Philips Hue Bridge direct API Control [No custom DTHs]



I previously used a great custom Smartapp/DTH developed for the Philips Hue bridge system. However, I found that the pace of development updates did not keep up with the official ST development cycle. One great example of this was the ability of the custom smartapp to update hue bulb status (nearly instantly vs polling), and if the custom smartapp became unstable it meant that I had to manually remove over 50 bulbs, 20 groups, and 25 scenes. After the 4th time this happened following an ST firmware update, and I spent over 8 hours re-installing this feature, I decided to find another solution!!! In addition, I found it extremely annoying that the ST official app/SuperLAN implementation did NOT offer native support for groups and scenes. I absolutely love to use groups and scenes vs individual bulbs because of the uniform ability to use transition effects, colors, bri, alert, effects and/or new bri_inc abilities of the hue bridge simultaneously (and in perfect sync). I am providing the example below that demonstrates how to directly interface the HUE API through your local LAN courtesy of @ady624’s awesome WebCoRE platform .

Pics of “Motion Sensors” in WebCoRE portal. These are Philips Hue lights/groups used in combination with an ST Motion Sensor; not individual bulb devices imported into WebCore. This example piston emulates a philips hue motion sensors function which results in a seamless transition effect:

Motion triggered (Basement & Dining Sensor)) and Philips Hue light group turned on:

Motion triggered (Basement & Garage Sensor)) and Multiple Philips Hue light groups turned on:

No Motion triggered and all Philips Hue groups turned off:

WebCore Example Piston: Import piston using code below [5iato]

Note: You must create 2 separate global variables named “@hueBridgeID” and “@hueBridgeUser” to use this piston. These are the same credentials that you will find when accessign your Philips Hue Bridge locally. I use the Windows PC application “WinHue 3” to make this process much easier to identify scene, group, and whitelist user keys or IDs used by the Hue Bridge. The WinHue PC Application ca be downloaded for free at: – Please consider donating to Hyrules for the awesome work he has done on this app!



So does this piston make bulbs come on at the same time and as fast as if I was using the Hue bridge?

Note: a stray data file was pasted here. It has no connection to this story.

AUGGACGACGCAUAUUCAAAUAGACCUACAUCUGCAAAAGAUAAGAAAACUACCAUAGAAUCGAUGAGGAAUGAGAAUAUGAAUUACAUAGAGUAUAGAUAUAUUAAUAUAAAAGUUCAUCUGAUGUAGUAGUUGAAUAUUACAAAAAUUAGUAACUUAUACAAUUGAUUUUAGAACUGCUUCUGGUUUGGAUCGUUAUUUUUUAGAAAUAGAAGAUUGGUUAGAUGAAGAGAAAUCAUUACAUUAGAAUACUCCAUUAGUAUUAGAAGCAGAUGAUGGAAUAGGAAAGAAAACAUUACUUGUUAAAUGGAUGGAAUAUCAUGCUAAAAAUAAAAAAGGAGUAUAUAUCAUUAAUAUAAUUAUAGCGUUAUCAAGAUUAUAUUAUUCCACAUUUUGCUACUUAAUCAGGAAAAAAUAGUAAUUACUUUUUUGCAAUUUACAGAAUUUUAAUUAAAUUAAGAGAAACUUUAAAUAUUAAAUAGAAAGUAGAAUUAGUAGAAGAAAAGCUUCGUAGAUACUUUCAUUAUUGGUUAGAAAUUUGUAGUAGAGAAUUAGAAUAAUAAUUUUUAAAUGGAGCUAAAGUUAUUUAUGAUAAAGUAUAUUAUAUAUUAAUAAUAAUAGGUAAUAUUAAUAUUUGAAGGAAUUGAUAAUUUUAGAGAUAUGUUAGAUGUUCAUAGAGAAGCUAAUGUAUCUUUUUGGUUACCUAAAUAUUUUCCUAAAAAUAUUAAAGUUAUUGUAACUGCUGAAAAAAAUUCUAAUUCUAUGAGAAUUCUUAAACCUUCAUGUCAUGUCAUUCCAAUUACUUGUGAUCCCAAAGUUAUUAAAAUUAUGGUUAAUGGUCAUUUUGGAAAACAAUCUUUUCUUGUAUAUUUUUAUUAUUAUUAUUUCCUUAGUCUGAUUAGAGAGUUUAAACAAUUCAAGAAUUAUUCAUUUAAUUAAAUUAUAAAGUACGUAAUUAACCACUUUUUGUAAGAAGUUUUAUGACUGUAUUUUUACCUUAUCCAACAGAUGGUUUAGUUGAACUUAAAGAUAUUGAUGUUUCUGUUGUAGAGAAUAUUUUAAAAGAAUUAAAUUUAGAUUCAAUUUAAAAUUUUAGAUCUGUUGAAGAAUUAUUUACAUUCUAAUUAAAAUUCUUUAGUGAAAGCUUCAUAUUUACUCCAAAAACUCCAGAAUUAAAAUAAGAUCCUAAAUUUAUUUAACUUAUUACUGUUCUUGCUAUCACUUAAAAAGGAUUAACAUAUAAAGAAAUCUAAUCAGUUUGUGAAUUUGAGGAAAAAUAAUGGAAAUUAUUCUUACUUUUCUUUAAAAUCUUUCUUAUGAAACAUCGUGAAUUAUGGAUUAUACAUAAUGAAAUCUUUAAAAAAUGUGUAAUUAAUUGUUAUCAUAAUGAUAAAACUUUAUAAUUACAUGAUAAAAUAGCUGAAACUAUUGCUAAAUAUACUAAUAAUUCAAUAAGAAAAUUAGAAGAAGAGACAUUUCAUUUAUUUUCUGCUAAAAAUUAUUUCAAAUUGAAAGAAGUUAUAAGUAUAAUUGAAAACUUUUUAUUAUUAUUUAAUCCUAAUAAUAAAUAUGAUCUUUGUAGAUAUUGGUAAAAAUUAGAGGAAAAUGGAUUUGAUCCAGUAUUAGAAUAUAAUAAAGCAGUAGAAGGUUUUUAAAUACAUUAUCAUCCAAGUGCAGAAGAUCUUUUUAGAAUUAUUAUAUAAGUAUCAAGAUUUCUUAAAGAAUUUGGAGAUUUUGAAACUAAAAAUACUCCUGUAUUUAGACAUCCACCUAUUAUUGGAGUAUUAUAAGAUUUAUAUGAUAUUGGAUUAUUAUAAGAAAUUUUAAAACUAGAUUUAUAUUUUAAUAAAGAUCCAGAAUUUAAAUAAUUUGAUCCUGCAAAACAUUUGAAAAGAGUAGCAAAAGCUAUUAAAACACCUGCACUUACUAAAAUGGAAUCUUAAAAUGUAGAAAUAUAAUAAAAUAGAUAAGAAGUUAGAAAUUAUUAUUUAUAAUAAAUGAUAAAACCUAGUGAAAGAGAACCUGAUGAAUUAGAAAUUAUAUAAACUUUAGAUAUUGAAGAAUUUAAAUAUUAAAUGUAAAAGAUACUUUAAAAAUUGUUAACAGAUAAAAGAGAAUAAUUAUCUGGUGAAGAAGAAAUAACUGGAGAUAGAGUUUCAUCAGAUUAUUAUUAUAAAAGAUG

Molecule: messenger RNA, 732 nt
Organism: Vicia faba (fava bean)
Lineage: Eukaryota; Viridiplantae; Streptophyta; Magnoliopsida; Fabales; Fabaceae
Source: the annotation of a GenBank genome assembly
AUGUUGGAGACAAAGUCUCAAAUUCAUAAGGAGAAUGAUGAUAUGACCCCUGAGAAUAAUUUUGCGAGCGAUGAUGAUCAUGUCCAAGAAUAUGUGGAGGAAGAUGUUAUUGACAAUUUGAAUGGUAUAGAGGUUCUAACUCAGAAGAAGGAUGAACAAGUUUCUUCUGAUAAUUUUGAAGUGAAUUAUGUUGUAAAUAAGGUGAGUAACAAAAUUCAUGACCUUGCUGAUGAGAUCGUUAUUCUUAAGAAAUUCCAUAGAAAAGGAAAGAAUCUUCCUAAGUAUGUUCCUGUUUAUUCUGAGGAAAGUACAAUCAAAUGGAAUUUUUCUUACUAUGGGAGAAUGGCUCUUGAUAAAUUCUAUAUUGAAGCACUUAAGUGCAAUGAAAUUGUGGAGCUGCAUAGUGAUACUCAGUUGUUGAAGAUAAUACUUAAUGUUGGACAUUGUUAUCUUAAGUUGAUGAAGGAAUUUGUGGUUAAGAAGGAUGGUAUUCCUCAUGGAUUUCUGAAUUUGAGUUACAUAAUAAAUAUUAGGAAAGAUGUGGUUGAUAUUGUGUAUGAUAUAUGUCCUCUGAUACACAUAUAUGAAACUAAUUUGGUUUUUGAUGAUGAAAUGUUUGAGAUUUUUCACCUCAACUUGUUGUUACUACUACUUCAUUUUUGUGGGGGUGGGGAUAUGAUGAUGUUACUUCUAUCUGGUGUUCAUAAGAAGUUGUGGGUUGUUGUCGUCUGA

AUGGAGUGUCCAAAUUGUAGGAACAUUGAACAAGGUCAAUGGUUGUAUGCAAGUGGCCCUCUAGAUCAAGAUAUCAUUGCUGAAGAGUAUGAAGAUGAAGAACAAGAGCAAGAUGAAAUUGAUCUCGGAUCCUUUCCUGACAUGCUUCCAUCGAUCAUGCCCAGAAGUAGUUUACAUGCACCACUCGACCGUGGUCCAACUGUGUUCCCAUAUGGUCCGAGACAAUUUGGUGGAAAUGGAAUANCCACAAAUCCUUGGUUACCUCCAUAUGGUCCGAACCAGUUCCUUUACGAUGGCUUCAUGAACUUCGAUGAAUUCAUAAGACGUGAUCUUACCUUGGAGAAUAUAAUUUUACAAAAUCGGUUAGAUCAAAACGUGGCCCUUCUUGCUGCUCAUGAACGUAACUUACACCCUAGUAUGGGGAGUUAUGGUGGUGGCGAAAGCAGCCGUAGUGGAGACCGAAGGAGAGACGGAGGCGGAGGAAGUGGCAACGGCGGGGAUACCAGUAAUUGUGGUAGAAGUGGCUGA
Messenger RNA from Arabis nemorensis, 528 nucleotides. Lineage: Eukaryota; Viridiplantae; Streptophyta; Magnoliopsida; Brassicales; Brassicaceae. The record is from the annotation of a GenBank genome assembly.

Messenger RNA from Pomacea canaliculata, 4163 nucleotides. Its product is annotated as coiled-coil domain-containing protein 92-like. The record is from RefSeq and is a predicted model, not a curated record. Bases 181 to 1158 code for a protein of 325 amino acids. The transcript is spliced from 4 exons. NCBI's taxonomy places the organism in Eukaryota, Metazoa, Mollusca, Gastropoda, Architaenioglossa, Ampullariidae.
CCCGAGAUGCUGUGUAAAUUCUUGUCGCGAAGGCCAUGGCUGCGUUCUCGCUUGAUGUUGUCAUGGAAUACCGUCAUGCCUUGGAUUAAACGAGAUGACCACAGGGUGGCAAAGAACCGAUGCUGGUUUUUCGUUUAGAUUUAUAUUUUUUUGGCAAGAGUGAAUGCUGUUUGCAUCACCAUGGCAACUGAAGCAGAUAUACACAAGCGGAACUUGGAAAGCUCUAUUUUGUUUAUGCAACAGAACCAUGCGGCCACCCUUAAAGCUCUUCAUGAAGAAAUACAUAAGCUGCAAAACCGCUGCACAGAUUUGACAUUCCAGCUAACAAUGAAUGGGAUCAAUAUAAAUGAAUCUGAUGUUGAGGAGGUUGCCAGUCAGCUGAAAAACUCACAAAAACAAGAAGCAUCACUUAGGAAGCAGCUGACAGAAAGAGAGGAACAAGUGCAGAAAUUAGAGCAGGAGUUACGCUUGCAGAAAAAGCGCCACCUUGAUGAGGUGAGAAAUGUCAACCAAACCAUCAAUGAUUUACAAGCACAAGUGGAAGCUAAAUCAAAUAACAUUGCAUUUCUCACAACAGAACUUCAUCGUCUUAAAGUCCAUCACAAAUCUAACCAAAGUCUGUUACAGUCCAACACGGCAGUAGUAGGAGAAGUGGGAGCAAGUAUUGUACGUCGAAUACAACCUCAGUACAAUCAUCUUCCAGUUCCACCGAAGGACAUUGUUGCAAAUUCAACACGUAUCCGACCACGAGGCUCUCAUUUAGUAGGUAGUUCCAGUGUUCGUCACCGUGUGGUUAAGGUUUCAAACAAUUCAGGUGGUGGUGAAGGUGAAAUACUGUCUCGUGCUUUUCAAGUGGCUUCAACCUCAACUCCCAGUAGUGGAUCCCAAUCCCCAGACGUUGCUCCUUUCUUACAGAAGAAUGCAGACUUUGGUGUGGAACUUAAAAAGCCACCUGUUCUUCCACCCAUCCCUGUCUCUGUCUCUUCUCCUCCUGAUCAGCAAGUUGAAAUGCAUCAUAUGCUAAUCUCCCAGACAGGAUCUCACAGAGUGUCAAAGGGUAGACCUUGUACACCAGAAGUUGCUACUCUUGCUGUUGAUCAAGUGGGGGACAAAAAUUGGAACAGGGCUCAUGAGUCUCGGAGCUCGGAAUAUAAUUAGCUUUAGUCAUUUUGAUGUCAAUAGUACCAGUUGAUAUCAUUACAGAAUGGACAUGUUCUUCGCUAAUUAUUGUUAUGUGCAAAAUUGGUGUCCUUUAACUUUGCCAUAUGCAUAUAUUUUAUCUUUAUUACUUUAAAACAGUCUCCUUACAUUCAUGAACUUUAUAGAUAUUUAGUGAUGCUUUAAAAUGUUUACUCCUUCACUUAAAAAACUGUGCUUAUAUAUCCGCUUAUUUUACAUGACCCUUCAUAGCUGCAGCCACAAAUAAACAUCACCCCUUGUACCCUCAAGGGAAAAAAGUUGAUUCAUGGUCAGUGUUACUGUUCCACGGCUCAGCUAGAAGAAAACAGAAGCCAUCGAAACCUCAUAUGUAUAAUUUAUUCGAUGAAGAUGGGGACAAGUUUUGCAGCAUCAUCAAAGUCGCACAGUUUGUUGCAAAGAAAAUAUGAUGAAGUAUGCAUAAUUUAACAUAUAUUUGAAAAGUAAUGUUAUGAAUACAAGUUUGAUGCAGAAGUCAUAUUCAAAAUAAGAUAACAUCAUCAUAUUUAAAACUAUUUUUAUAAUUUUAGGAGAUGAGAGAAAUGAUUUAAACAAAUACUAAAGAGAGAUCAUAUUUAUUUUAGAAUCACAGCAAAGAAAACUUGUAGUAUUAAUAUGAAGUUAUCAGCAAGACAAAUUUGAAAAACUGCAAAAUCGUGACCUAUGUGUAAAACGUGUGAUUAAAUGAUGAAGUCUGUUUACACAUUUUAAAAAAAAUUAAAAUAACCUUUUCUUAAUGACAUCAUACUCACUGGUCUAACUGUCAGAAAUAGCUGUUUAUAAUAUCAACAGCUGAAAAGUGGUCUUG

My issue with Hue bulbs and sensors setup through a piston, is that they take some time turning on (not as fast as through the Hue bridge) and the bulbs come on one by one.

The above issue leads to very low WAF.


I do not run the setup that you describe for the very reasons you cited (i.e. popcorn effect, cloud delay). This piston will solve the “popcorn effect” by controlling groups rather than individual lights. However, your mileage may vary regarding the motion delay which is introduced by the ST cloud (assuming that you are using ST motion sensors). I eliminated the delay for motion sensors by installing Philips motion sensors vs ST motion sensors altogether. The “pro” for this approach is that you are no longer reliant on ST’s cloud and all motion sensors will run locally without internet. The “con” is that you cannot control Philips motion sensors through STs interface. I was able to overcome this “con” by creating custom rules for my motion sensors.

Hope this helps… If in doubt about whether it will suit your purposes go ahead and try it! Tell your wife it was my fault if it doesn’t work as expected :rofl:


Ok. Thanks.

I will go back to Hue bridge then, but maybe try your piston other things


@blong I will give this a go anyways. A couple of questions though:

  1. I am using Philips sensors. Are they to be connected through The Hue Hub or directly to ST to control them?
  2. Where do I find “@hueBridgeID” and “@hueBridgeUser? I installed Winhue (looks awesome by the way) but cannot seem to find them, but is it any of these:
  3. (and this is an even more noob question, sorry) What is this part for:

Hue bulbs turning on one after another

1.) Must be connected to Philips Hue Bridge.
2.) See directions below:

a.) In WinHue, Select “Gear” icon as follows (maximize window to see this window)

–> IP Address is @hueBridgeID

b.) In WinHue, Select “People” icon as follows (maximize window to see this window)

–> Key is @hueBridgeUser (Add new user for WebCoRE)

c.) To see group/room IDs in WinHue select: FILE | SETTINGS | VIEW SETTINGS

3.) These settings are WebCoRE specific. Disabling “automatic piston state” allows me to update my custom piston status, and disabling “command optimization” gives fine-grain control over which commands that WebCoRE will or won’t execute. I wanted to be certain that all of my commands were sent to the Hue Bridge and not left to chance.


Thanks this is fantastic. Much appreciated


@blong Thanks yet again but must admit that maybe I should have signed up for the “intermediate course” and not the advanced one. To put it short: I have absolutely no idea of what I am doing :wink:

I can now find the right ID´s and such due to your excellent description but I have no idea what to do with them :smiley:


After you import this piston, you must create 2 separate global variables named “@hueBridgeID” and “@hueBridgeUser” to use this piston. Click hyperlink above to read WebCoRE Wiki concerning different variables and how to create them. You can just as easily create local variables named “hueBridgeID” and “hueBridgeUser” for this piston. The reason that I created global variables is because I am using these credentials in multiple pistons, and didn’t want to be repetitive.